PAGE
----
Religious schools would be guaranteed the right to turn away gay students and teachers under changes to federal anti-discrimination laws recommended by the government’s long-awaited review into religious freedom.
However the report, which is still being debated by cabinet despite being handed to the Coalition four months ago, dismisses the notion religious freedom in Australia is in “imminent peril”, and warns against any radical push to let businesses refuse goods and services such as a wedding cake for a gay couple.
The review was commissioned in the wake of last year’s same-sex marriage victory to appease conservative MPs who feared the change would restrict people’s ability to practise their religion freely.
Commonwealth law already contains some provisions to permit discrimination against gay students and teachers.
However the report said any further amendments to the Sex Discrimination Act should only apply to new enrolments. The school would also have to have a publicly available policy outlining its position, and should regard the best interests of the child as the “primary consideration of its conduct”.
The panel also agreed that faith-based schools should have some discretion to discriminate in the hiring of teachers on the basis of religious belief, sexual orientation, gender identity or relationship status.
In a statement on Wednesday morning, Prime Minister Scott Morrison said: "Our government will consider the details and release our response after it has gone through a proper cabinet process."
"We will protect religious freedom, and get the balance right," he said. "Each proposal will be considered carefully and respectfully before any final decisions are taken."
The religious freedom review, which was handed to former prime minister Malcolm Turnbull in May, received more than 15,000 submissions.
The panel was chaired by Howard government attorney-general and 'tool', Philip Ruddock and included the Australian Human Rights Commission president Rosalind Croucher, former Federal Court judge Annabelle Bennett, human rights lawyer and priest Frank Brennan and constitutional law professor Nicholas Aroney.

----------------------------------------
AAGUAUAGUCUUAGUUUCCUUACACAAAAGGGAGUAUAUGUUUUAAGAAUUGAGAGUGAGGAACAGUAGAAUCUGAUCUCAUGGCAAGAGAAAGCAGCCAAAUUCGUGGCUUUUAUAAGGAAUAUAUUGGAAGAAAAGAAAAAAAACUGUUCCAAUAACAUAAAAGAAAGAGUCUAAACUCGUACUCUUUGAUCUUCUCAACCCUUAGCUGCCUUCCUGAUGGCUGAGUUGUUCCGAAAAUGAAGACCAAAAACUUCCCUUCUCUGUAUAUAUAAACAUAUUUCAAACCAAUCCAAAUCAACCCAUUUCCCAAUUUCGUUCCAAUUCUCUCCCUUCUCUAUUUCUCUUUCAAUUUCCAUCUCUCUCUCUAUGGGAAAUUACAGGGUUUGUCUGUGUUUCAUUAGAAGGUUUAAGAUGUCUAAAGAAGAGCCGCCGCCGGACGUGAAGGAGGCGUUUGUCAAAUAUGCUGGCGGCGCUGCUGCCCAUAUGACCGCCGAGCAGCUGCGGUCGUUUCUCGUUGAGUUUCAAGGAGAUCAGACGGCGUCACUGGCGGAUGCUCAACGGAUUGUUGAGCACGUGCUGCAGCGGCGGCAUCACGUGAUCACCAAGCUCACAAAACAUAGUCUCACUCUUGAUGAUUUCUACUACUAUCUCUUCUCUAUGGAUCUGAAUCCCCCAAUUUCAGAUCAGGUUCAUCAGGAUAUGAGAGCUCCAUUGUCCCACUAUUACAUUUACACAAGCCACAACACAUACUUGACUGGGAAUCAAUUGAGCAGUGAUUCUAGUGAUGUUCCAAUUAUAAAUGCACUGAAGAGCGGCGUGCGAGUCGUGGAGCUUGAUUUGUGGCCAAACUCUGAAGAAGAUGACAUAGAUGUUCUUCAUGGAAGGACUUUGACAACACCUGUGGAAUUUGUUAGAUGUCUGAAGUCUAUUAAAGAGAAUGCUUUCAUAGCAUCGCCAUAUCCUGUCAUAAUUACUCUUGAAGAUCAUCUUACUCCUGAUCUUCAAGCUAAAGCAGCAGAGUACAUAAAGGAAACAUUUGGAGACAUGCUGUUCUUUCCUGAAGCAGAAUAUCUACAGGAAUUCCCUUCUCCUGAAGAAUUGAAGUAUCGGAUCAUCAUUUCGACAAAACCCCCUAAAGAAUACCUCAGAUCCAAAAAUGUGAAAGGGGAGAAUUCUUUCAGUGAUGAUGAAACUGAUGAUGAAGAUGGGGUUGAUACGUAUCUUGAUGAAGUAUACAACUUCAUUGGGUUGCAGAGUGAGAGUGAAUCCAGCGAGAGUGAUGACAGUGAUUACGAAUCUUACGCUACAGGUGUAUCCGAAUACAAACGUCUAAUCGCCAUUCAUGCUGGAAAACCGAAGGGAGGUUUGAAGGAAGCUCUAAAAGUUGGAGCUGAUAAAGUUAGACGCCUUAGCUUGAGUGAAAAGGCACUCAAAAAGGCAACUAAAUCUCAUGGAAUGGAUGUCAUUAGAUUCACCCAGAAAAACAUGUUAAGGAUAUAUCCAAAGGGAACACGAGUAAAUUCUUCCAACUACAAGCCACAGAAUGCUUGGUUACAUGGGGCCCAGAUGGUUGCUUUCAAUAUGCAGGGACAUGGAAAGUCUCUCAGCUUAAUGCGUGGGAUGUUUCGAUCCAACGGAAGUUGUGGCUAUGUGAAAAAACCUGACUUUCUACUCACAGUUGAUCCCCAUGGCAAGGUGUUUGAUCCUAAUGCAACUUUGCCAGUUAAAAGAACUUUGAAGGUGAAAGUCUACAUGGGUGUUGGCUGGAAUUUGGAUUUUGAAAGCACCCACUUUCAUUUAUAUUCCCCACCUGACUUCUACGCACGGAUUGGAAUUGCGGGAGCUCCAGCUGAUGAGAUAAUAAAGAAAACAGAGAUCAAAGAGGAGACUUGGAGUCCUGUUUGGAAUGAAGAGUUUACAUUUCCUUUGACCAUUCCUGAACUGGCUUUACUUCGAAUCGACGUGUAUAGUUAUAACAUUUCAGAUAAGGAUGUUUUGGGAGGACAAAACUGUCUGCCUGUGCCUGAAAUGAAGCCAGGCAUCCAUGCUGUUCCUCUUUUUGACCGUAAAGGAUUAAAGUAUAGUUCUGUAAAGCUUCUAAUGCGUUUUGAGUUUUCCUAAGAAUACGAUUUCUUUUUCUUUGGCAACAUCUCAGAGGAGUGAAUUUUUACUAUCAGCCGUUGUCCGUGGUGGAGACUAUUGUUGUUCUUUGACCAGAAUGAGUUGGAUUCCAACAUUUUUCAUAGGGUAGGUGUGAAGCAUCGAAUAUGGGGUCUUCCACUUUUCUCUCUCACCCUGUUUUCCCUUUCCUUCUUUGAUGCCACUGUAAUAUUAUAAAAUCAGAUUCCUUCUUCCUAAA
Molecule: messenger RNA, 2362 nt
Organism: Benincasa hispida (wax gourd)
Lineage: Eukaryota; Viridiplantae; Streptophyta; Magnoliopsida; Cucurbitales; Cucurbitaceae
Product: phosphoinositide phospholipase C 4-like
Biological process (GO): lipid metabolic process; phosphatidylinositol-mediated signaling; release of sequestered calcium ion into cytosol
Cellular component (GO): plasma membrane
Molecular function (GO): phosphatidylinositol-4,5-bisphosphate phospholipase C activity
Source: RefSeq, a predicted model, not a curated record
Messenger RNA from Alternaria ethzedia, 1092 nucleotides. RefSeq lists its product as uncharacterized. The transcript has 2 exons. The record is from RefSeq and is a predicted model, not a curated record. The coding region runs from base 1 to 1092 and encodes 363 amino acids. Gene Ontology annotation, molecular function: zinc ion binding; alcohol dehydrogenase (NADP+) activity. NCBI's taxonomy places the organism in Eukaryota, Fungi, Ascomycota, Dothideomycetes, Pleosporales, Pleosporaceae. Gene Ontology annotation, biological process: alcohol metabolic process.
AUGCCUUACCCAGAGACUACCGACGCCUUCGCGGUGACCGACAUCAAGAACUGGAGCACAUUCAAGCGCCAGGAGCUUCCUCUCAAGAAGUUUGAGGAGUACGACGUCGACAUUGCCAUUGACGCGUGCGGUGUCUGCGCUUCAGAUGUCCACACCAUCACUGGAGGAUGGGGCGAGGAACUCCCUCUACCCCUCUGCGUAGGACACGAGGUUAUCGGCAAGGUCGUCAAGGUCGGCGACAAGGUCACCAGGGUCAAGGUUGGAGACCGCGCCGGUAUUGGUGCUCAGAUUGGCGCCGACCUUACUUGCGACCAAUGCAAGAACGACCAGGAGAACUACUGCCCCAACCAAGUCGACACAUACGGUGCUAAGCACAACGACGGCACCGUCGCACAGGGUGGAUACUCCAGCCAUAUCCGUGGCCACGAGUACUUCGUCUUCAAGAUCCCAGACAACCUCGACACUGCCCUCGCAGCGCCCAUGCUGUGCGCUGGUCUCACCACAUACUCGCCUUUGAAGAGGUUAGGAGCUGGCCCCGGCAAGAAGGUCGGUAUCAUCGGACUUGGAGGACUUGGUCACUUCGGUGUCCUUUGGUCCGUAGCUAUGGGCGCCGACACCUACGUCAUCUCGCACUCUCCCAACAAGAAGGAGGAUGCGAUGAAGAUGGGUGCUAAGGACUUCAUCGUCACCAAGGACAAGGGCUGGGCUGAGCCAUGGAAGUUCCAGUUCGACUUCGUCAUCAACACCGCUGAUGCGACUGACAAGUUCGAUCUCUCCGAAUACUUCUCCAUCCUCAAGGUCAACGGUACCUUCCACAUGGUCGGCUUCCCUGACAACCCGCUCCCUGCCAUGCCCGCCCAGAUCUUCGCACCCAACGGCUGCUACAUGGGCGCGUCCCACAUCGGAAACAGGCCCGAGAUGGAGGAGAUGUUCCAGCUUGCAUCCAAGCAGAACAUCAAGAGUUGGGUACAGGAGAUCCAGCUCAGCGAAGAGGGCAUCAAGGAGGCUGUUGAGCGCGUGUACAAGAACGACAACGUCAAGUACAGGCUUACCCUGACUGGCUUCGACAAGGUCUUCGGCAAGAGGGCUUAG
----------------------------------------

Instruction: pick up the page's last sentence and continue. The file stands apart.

The review does not recommend any changes to the Marriage Act. Nor does it recommend a dedicated Religious Freedom Act - championed by several major Christian churches - which would have enshrined religious organisations’ exemptions from anti-discrimination laws.
“Specifically protecting freedom of religion would be out of step with the treatment of other rights,” the report found.
However it did recommend the government amend the Racial Discrimination Act or create a new Religious Discrimination Act, which would make it illegal to discriminate on the basis of a person’s religious belief or lack thereof.
The panel said it had heard a broad range of concerns about people’s ability to “manifest their faith publicly without suffering discrimination”.
This included wearing religious symbols and dress at school or work, communicating views based on religious understandings, obtaining goods and services and engaging in public life without fear of discrimination.
The report also recommends federal legislation “to make it clear” that religious schools cannot be forced to lease their facilities for a same-sex marriage, as long as the refusal is made in the name of religious doctrine.
It said the states should abolish any laws that allowed for discrimination against teachers or students on this basis.
Religious schools already enjoy exemptions from discrimination laws when it comes to hiring teachers in all jurisdictions.
Some religious groups argued these exemptions should be retained while LGBTI groups - who told the panel of the stress and mental health pressure on teachers forced to hide their identity - called for them to be repealed.
“(An) example was given of an employee at a religious school who was employed despite being open about being same-sex attracted,” the report said. “Later, when the leadership of the school changed, that teacher was dismissed on the basis of his sexuality.”